There should be very little that an auction company cannot provide a fleet operator to ensure ex-fleet vehicles are sold at maximum market value in the shortest possible time.
Most services are available on a clearly priced menu basis and all the fleet operator needs to do is to pick those which are most likely to fulfill their specific requirements.

There are two different types of auctions held - ‘open’ auctions: these are open to all-comers, trade or private buyers and make up the vast majority of auctions.

‘Closed’ auctions: these are for authorised trade buyers or dealers only and are not open to all-comers. They mainly cater for vehicles coming directly from the motor manufacturers and represent less than 10% of all auctions.

An essential part of any auction service is their ability to collect vehicles promptly within a short period of time from anywhere in the country and deliver them into the chosen auction centre.

Auction logistics can collect single vehicles or full loads of up to 11 vehicles at a time. They offer a highly responsive service which should see all collections undertaken within three working days from initial request or even quicker using a number of premium ‘fast track’ propositions.

The leading auction companies all have access to large fleets of in-house or contracted vehicle transporters, plus huge teams of trade-plate drivers and these combine to provide the capacity and responsiveness required.

Who buys vehicles at auction?
Every vehicle sold by a fleet operator requires a buyer and the leading auction houses have well-established relationships with thousands of them.

Generally speaking, vehicle auctions attract trade buyers but, with the exception of ‘closed auctions’ the halls are also open to members of the public.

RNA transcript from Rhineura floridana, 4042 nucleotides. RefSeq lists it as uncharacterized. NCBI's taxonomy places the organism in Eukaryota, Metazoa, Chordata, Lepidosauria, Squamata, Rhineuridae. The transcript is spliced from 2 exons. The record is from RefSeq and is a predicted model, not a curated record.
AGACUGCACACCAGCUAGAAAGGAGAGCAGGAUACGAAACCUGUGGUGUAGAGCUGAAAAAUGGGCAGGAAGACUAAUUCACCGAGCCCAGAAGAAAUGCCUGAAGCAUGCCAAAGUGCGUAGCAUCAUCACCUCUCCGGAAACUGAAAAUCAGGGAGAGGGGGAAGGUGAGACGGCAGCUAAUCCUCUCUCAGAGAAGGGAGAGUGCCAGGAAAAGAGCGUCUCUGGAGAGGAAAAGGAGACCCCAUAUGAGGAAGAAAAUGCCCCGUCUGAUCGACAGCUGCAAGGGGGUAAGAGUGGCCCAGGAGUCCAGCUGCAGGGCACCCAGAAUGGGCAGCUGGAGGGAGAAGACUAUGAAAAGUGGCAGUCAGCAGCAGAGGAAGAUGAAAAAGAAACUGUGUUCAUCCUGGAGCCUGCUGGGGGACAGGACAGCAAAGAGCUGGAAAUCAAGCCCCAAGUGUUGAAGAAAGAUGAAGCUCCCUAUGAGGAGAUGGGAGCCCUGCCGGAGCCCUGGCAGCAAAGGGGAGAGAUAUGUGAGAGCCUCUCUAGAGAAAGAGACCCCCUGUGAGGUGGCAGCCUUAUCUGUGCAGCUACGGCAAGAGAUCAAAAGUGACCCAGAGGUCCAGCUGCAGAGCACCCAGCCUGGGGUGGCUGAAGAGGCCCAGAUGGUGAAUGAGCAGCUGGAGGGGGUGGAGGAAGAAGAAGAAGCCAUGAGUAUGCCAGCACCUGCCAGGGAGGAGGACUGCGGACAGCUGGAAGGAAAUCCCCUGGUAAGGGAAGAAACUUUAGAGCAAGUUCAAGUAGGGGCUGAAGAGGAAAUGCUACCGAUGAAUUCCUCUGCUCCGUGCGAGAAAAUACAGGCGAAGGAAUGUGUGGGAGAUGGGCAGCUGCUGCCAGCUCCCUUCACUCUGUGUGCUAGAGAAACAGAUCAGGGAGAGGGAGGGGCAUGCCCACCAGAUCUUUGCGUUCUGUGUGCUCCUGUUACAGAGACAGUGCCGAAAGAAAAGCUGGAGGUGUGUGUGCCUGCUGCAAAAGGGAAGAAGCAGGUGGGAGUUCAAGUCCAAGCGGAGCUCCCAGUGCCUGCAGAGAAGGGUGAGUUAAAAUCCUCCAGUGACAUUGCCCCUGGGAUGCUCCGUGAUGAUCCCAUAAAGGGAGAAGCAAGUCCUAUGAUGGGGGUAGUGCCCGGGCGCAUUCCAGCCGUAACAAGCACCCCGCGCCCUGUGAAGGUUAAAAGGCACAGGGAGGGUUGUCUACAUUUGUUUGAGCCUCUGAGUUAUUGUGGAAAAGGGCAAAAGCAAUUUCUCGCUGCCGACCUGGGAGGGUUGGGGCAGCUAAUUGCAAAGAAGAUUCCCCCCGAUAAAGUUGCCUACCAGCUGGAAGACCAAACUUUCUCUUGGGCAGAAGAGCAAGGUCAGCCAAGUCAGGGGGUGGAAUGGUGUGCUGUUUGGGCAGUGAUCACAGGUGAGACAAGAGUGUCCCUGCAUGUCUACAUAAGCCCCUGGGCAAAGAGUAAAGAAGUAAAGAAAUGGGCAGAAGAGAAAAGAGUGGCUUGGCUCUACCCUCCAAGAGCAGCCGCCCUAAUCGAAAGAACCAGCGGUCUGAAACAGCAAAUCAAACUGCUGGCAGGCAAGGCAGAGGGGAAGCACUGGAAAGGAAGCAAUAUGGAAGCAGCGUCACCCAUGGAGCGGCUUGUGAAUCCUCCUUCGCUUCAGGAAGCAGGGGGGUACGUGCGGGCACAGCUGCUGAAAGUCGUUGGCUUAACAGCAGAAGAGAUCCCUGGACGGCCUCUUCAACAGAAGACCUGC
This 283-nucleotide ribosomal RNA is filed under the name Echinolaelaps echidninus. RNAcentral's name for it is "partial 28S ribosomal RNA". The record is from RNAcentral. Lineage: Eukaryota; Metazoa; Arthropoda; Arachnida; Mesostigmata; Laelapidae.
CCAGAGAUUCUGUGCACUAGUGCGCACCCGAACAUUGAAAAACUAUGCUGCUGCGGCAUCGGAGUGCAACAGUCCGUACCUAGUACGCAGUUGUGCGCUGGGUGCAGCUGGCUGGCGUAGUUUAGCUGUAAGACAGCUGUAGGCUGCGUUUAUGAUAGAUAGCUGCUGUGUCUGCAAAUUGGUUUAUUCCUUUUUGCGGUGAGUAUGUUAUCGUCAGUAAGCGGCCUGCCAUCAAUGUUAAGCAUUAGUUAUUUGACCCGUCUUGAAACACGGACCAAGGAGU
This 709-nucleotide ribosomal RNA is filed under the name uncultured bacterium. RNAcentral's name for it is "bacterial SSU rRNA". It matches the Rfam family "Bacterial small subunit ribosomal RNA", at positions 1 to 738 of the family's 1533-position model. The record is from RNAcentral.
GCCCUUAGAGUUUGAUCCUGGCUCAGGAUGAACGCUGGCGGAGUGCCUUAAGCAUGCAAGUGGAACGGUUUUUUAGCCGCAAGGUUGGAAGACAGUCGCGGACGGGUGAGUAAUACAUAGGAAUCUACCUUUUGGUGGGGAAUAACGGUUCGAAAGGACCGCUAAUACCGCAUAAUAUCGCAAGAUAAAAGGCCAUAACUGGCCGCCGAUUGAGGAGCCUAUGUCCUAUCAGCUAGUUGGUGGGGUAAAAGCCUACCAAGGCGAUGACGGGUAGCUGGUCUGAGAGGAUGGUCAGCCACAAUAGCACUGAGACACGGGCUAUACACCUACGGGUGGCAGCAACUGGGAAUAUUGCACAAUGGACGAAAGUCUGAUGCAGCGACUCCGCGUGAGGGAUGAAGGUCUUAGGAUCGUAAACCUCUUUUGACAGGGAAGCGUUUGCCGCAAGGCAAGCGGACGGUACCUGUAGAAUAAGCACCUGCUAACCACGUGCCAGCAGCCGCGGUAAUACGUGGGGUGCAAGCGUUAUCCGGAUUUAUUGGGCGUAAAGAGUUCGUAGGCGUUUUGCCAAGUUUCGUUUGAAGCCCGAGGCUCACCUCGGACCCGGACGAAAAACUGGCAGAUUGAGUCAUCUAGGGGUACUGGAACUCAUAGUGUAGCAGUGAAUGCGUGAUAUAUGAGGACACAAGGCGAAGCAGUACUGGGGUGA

There are literally thousands of trade buyers, comprising franchised dealers, independent retailers and wholesalers who buy stock at auction.

The great majority of vehicles, easily exceeding 85%, are sold to motor dealers who bid against each other in the auction for the stock they require.

This combination of a broad spectrum of wholesale trade buyers, coupled to an increasingly significant number of private consumers, creates strong buying power from which the fleet operator benefits.

Dealers who are regular attendees at auction often buy a number of vehicles in one sale, sometimes buying hundreds of vehicles each year.

On the other hand, members of the public are usually only going to buy a vehicle every two or three years.

It’s worth looking at how the auction companies market their sales locally, regionally and nationally through mailshots, catalogues and increasingly through website promotion.
Check out the main websites and look in particular for online information services such as ‘What’s On Guides’ and ‘Sales Calendars’.

These show how the overall sales programme is marketed by the auction companies to buyers, often categorised by vendor source and the type of vehicles on offer.

Source: Managing Your Company Car, Expert Opinion, by Colin Tourick. Contributor: Rob Barr, Manheim.